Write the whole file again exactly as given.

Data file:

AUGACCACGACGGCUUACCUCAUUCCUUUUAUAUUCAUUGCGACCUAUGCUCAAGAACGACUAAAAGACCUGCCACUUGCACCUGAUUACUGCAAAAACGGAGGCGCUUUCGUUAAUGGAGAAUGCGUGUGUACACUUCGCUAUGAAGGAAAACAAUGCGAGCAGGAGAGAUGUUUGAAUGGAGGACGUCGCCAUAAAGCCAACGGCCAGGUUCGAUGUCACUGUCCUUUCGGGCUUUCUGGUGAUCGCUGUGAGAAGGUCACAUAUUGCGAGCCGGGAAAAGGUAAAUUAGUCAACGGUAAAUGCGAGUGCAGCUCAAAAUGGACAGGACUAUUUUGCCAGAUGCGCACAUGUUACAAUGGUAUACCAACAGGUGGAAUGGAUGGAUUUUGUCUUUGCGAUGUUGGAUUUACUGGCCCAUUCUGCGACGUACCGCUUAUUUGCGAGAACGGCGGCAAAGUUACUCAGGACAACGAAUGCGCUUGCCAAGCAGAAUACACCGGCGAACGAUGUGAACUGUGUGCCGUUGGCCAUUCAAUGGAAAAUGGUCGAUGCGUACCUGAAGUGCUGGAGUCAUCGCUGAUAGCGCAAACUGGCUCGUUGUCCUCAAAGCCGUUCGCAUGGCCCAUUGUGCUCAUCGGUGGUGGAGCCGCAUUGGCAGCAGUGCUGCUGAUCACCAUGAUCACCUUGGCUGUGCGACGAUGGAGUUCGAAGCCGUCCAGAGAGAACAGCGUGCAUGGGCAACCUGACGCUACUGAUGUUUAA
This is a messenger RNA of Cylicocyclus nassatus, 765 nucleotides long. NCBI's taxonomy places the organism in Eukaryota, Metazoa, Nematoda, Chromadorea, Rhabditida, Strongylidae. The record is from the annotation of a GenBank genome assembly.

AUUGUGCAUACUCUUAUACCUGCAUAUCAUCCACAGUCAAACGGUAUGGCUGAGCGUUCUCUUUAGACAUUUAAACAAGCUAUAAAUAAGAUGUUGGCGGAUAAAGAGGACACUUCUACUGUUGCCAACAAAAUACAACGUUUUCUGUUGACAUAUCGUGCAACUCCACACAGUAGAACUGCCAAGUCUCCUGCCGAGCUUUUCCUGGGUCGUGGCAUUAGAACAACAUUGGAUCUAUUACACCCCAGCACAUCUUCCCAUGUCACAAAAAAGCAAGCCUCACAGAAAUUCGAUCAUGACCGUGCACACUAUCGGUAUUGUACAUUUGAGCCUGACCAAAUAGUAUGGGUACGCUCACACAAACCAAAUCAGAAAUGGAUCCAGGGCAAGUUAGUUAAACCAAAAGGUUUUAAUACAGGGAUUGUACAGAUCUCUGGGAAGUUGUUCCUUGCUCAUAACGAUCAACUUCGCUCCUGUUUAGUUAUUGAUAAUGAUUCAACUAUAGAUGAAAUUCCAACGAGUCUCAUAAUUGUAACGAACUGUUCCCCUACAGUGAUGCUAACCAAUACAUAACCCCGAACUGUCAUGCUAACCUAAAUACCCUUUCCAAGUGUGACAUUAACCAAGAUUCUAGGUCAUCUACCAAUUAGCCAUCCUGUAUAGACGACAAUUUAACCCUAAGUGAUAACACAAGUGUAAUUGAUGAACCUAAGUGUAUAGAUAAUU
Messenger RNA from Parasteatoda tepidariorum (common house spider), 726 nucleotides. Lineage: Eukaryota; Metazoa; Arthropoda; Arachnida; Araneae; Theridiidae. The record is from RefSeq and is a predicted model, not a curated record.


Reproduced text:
AUGACCACGACGGCUUACCUCAUUCCUUUUAUAUUCAUUGCGACCUAUGCUCAAGAACGACUAAAAGACCUGCCACUUGCACCUGAUUACUGCAAAAACGGAGGCGCUUUCGUUAAUGGAGAAUGCGUGUGUACACUUCGCUAUGAAGGAAAACAAUGCGAGCAGGAGAGAUGUUUGAAUGGAGGACGUCGCCAUAAAGCCAACGGCCAGGUUCGAUGUCACUGUCCUUUCGGGCUUUCUGGUGAUCGCUGUGAGAAGGUCACAUAUUGCGAGCCGGGAAAAGGUAAAUUAGUCAACGGUAAAUGCGAGUGCAGCUCAAAAUGGACAGGACUAUUUUGCCAGAUGCGCACAUGUUACAAUGGUAUACCAACAGGUGGAAUGGAUGGAUUUUGUCUUUGCGAUGUUGGAUUUACUGGCCCAUUCUGCGACGUACCGCUUAUUUGCGAGAACGGCGGCAAAGUUACUCAGGACAACGAAUGCGCUUGCCAAGCAGAAUACACCGGCGAACGAUGUGAACUGUGUGCCGUUGGCCAUUCAAUGGAAAAUGGUCGAUGCGUACCUGAAGUGCUGGAGUCAUCGCUGAUAGCGCAAACUGGCUCGUUGUCCUCAAAGCCGUUCGCAUGGCCCAUUGUGCUCAUCGGUGGUGGAGCCGCAUUGGCAGCAGUGCUGCUGAUCACCAUGAUCACCUUGGCUGUGCGACGAUGGAGUUCGAAGCCGUCCAGAGAGAACAGCGUGCAUGGGCAACCUGACGCUACUGAUGUUUAA
This is a messenger RNA of Cylicocyclus nassatus, 765 nucleotides long. NCBI's taxonomy places the organism in Eukaryota, Metazoa, Nematoda, Chromadorea, Rhabditida, Strongylidae. The record is from the annotation of a GenBank genome assembly.

AUUGUGCAUACUCUUAUACCUGCAUAUCAUCCACAGUCAAACGGUAUGGCUGAGCGUUCUCUUUAGACAUUUAAACAAGCUAUAAAUAAGAUGUUGGCGGAUAAAGAGGACACUUCUACUGUUGCCAACAAAAUACAACGUUUUCUGUUGACAUAUCGUGCAACUCCACACAGUAGAACUGCCAAGUCUCCUGCCGAGCUUUUCCUGGGUCGUGGCAUUAGAACAACAUUGGAUCUAUUACACCCCAGCACAUCUUCCCAUGUCACAAAAAAGCAAGCCUCACAGAAAUUCGAUCAUGACCGUGCACACUAUCGGUAUUGUACAUUUGAGCCUGACCAAAUAGUAUGGGUACGCUCACACAAACCAAAUCAGAAAUGGAUCCAGGGCAAGUUAGUUAAACCAAAAGGUUUUAAUACAGGGAUUGUACAGAUCUCUGGGAAGUUGUUCCUUGCUCAUAACGAUCAACUUCGCUCCUGUUUAGUUAUUGAUAAUGAUUCAACUAUAGAUGAAAUUCCAACGAGUCUCAUAAUUGUAACGAACUGUUCCCCUACAGUGAUGCUAACCAAUACAUAACCCCGAACUGUCAUGCUAACCUAAAUACCCUUUCCAAGUGUGACAUUAACCAAGAUUCUAGGUCAUCUACCAAUUAGCCAUCCUGUAUAGACGACAAUUUAACCCUAAGUGAUAACACAAGUGUAAUUGAUGAACCUAAGUGUAUAGAUAAUU
Messenger RNA from Parasteatoda tepidariorum (common house spider), 726 nucleotides. Lineage: Eukaryota; Metazoa; Arthropoda; Arachnida; Araneae; Theridiidae. The record is from RefSeq and is a predicted model, not a curated record.